Duty to Ukraine a Main Question as Biden, EU Heads Meet

Saddled with a dysfunctional Congress, President Joe Biden welcomed European Union leaders to the White House on Friday with the promise that the United States can nonetheless deliver tens of billions of dollars worth of aid to wartime Ukraine and Israel.

Biden greeted European Council President Charles Michel and European Commission President Ursula von der Leyen by noting their unity.

“We stood together to support the great people of Ukraine, and we stood together to tackle economic challenges,” Biden said, and now the leaders would come together to back Israel following the Hamas attack and establish standards in trade with China.

The Cabinet Room sit-down came at a moment when domestic U.S. political chaos could further destabilize an increasingly chaotic world. Many of Biden’s shared priorities with the EU depend on getting a budget through Congress — a tough task given that the House lacks an elected speaker and differences with some Republican lawmakers over aid for Ukraine could force a federal government shutdown in November.

Along with addressing Ukraine’s efforts to repel Russia and the fallout from Hamas’ attack on Israel, the U.S. and EU leaders are also figuring out how to manage climate change, economic competition with China and trade and tax issues.

One day ahead of his meeting with Biden, European Council President Michel expressed optimism that the U.S. president can deliver on his promises to help arm and financially support Ukraine.

“I’m really confident and also I’m grateful for Joe Biden’s personal leadership,” Michel said. “He will do everything to ensure this support will be confirmed.”

The U.S. president has cultivated a personal relationship with Michel and von der Leyen, who calls Biden “dear Joe.”

Both the EU and U.S. pride themselves for being devoted to democratic principles, a source of unity as they navigate Russia’s war in Ukraine and the war between Israel and Hamas. They have framed their support for Israel as a reflection of shared democratic values and stressed the importance of following international law in military operations.

But the reality of democracies is that foreign policy agreements can change with elections and competing interests at home can overshadow diplomacy. The two partners still have differences to reconcile on trade, economic matters and the incentives for shifting to renewable energy sources. The U.S. and EU still need to finalize an agreement on environmentally sustainable steel and aluminum production in order to avoid the tariffs imposed during Donald Trump’s presidency.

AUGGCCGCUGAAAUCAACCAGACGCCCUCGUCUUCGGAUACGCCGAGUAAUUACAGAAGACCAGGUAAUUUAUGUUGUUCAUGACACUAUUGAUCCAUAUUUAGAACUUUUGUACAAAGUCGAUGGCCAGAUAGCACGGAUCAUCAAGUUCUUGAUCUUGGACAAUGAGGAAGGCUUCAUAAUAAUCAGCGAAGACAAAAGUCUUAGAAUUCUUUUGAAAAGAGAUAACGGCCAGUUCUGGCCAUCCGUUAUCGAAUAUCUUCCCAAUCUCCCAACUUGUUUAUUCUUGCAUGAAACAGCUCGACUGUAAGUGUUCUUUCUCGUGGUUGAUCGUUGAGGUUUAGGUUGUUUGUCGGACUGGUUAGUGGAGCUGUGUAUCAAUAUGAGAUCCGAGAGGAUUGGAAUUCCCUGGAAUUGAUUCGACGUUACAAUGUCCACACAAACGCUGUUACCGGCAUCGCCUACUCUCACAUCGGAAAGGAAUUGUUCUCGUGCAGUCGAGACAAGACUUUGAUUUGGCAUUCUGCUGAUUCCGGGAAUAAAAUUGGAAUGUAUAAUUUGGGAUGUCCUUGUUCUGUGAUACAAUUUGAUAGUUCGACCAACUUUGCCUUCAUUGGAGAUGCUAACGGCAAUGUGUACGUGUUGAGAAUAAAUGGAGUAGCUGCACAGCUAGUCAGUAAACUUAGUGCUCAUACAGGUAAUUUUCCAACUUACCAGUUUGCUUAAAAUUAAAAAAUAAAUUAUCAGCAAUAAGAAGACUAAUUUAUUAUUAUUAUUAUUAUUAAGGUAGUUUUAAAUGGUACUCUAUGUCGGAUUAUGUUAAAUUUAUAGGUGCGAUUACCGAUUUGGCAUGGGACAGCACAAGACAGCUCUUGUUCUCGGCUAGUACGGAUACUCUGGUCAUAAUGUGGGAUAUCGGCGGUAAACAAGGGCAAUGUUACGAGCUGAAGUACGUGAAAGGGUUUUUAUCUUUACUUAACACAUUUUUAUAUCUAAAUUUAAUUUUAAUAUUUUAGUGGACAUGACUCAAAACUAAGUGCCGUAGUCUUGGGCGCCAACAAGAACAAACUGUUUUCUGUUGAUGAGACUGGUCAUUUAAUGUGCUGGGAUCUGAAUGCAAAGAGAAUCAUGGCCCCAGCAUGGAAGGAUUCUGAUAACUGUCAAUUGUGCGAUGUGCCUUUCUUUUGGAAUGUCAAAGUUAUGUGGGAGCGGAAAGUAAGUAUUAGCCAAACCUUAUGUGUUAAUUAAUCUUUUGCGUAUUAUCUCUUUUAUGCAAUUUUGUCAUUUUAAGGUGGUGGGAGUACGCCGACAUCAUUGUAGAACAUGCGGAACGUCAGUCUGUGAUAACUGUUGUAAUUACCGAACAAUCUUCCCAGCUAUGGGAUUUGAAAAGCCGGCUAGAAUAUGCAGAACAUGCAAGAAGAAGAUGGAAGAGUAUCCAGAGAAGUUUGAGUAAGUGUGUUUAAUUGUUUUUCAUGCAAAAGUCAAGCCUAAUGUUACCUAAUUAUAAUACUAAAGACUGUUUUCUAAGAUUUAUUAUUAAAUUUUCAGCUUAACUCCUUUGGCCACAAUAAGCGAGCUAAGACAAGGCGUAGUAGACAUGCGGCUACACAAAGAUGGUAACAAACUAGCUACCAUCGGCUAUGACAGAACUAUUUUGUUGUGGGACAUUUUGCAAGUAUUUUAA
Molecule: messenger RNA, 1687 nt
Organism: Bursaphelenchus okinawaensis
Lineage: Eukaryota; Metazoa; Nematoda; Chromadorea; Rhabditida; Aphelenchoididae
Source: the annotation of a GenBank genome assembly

Biden’s own incentives on moving away from fossil fuels have left Europe “a little bit uncomfortable,” said Federico Steinberg, a visiting fellow at the Center for Strategic and International Studies, a Washington-based think tank.

While the EU welcomes U.S. efforts to “accelerate the green transition,” Steinberg said, some elements of Biden’s programs are protectionist in nature, discriminate against trade partners and undermine the World Trade Organization system that the EU would like to revive.

But for now, the U.S. and E.U. are focused on the big challenges of war and solidarity in their words and policy choices. The roughly 90-minute meeting was primarily focused on Israel and Ukraine, with leaders also focused on making progress on an agreement on steel and aluminum tariffs that would focus on taxing metal made through processes that generated high carbon emissions, according to two senior administration officials who insisted on anonymity to discuss the private exchanges.

“The winds are not just blowing today — today they are gale force,” von der Leyen said in remarks at the conservative Hudson Institute. “Our democracies are under sustained and systemic attack by those who abhor freedom.”

In addition to sanctioning Russia, EU countries have provided close to $90 billion in assistance to Ukraine, including $27 billion in military aid, von der Leyen said. But there are open questions as to whether the U.S. commitment could waver after having provided four rounds of aid to Ukraine that total $113 billion, a sum that includes replacing U.S. military equipment sent to Kyiv.

“Now is the time to double down,” von der Leyen said Thursday.

Biden asked for $105 billion in additional funding Friday, including $60 billion for Ukraine, much of which would replenish U.S. weapons stockpiles provided earlier.

There’s also $14 billion for Israel, $10 billion for unspecified humanitarian efforts, $14 billion for managing the U.S.-Mexico border and fighting fentanyl trafficking and $7 billion for the Indo-Pacific region, which includes Taiwan.

But some House Republicans have questioned the value of aid to Ukraine at the levels sought by Biden. The GOP ousted Rep. Kevin McCarthy, R-Calif., after a deal to temporarily keep the government open through November 17. Republican lawmakers have failed to find a successor, leading to concerns that Biden’s commitments with the EU could be in jeopardy.

The U.S. president offered his challenge to Congress in a Thursday evening speech by outlining the core idea behind his spending proposal:

“American values are what make us a partner that nations want to work with. We put all that at risk if we walk away from Ukraine, if we turn our backs on Israel.”

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